A Stay in Connecticut

A/N: Robert Hogan comes home to his folks, carrying baggage that his father was not quite prepared for, told from John Hogan's point of view...a tale inspired by Goldleaf83's Conversation series (but not part of it, but with her permission and encouragement) this is planned as a two-shot, and while it can be part of my Dear Rob AU 'Verse, it can stand alone on its own merits.

However, I would like to point out that in my story this is August of 1945, shortly after the Atomic Bomb was dropped, Hogan is in his early to mid 30s, and made General, he has a fear of cold basement rooms, was tortured during his original interrogation at the Dulag and then again while he was in Gestapo custody (and he has the scars to prove it, which scares and enrages John Hogan to no end), and I think that's enough to go on.

Continuing thanks to Snooky, Kat, Wolfie for their constant support, to Goldleaf for allowing this AU vision of her world, to Bits and Pieces for allowing me the use of her OC Mike Fitzgerald (from her amazing story "What Price Happiness?") and to the originators of Hogan's Heroes, for giving us so much to work with.
As usual, I own nussink!

Chapter 1 – The Story Thus Far

The image is burned into my mind; such a simple thing, unremarkable.

I am looking out the upstairs window, and I see a man, tall, older, in a summer weight uniform, carrying a battered suitcase, walking down the street.

Towards our house.

I think, I've never seen him around before, and the neighbors' sons and fathers, whether here or there, are accounted for.

Must be someone for Rob.

The soldier bears out my deduction, turning up our walkway.

Oddly, he stops dead about half-way. Just looking, looking at the house.

He looks nervous, like he's lost and not sure where he is or what he's doing here.

I'm getting ready to shout down to him from the open window (we live on Chestnut Place and there's a Chestnut Street on the east side of town), when Rob walks out the front door.

He looks up at the stranger in our yard.

He, too, is now stopped dead.

But only for a second.

My son's whoop breaks the afternoon silence, shouting the name of the last person on Earth that I would never hope to see.

He goes swooping down from the front landing, and I don't think his feet have touched the ground more than two steps before he's tackled the man.

I think that Rob might have knocked anyone else over, but this man is just slightly taller and broader than he is, he's braced himself for the contact, and his arms are flung open wide, enfolding my boy on impact.

Like he has a right to do it.

I can hear them, hear them both, jabbering away, mixing up German and English and Rob's German is so good, if I didn't know the sound of my own son's voice, I'd swear he was the visitor to these shores. The other man's English is beautiful and beautifully formal, almost British in intonation, and the accent is very light.

Most folks don't realize that sound carries on suburban streets; almost no one knows that there is a spot in our front yard where anything said will sound like it's coming from ten feet away.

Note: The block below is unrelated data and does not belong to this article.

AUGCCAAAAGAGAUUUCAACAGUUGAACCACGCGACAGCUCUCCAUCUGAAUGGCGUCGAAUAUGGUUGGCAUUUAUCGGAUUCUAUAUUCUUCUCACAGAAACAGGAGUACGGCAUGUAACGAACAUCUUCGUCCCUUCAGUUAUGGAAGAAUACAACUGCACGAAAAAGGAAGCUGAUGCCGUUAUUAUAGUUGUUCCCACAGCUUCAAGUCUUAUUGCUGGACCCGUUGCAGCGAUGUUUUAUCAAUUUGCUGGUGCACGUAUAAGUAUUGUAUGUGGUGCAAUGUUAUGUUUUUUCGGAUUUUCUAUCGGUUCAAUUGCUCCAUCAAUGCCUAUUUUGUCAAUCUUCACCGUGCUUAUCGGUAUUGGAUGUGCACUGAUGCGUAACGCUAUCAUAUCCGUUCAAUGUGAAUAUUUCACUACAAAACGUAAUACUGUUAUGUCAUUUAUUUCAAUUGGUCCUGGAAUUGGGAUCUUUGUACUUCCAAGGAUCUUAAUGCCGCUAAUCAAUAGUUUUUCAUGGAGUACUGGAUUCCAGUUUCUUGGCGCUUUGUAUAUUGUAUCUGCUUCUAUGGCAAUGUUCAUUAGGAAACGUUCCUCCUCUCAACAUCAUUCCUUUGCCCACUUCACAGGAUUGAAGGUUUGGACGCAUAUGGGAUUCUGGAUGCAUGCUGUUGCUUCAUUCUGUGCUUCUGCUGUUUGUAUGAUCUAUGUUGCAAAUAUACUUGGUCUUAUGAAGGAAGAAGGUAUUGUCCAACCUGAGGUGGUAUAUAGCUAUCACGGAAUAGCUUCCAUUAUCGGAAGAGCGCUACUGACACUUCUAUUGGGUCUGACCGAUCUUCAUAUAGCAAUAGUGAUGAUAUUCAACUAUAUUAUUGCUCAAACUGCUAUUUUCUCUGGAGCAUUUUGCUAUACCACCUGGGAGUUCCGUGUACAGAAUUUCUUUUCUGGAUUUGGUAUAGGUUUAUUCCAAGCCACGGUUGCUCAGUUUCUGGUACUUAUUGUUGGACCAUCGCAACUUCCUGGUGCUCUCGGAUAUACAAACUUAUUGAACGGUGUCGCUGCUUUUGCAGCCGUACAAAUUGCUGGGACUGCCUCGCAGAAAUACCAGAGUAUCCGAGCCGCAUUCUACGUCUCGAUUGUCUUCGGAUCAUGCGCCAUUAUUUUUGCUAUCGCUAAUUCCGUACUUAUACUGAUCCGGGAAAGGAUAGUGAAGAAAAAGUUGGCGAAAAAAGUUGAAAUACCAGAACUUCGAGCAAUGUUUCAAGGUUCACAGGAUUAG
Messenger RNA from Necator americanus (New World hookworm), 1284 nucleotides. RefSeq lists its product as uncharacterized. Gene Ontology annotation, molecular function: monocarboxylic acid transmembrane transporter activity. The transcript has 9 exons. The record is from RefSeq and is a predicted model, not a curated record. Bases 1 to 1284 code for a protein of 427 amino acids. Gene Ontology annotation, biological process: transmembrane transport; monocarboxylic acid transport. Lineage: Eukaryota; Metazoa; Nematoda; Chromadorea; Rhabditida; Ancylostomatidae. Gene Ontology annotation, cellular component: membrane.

Guess where they are right now.

I can hear every word like they're standing next to me and what I don't understand I can guess.

You're alright; you're back; you made it; you're okay...both of them talking over one another, saying the same things in different ways, clutching each other like they'd been drowning and just found firm sand underfoot.

A simple thing, unremarkable. Playing out throughout this country and throughout the world, best friends finding each other, reuniting.

It's beautiful.

And all I want to do right now is tear them apart and drag my son away.

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It wasn't the first time that I'd seen soldiers reunited.

My little brother, Jimmy, had fought in the Great War and when he came home, he wasn't the same happy-go-lucky kid. He'd seen so much - done so much - and he couldn't seem to leave the war behind.

Then one day, a friend of his showed up on our door step, a little Canadian named Pierre.

The only difference between that reunion and this one is that Jimmy did knock Pierre over.

Pierre stayed with us for over a month and in that time Jimmy went from hollow and withdrawn to completely alive again.

It was wonderful to see the sparkle back in Jimmy's eyes.

When Pierre left, it was only temporary; he was coming back to immigrate for good, and they were going to open a business together.

On the way back from dropping his friend off at the train station platform, a loose chuck of concrete from an overhead walkway crashed on my Jimmy's head, killing him instantly.

A dumb freak accident, and yet I was cool to Pierre ever after, secretly blaming him for my brother being in the wrong place at the wrong time.

Funny how much the German soldier out front reminds me of Pierre.

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This isn't the first time Rob has brought home a friend in need either. "Strays" my sister would sniff whenever she stayed with us. Strays they would seem to most people, but never to Rob.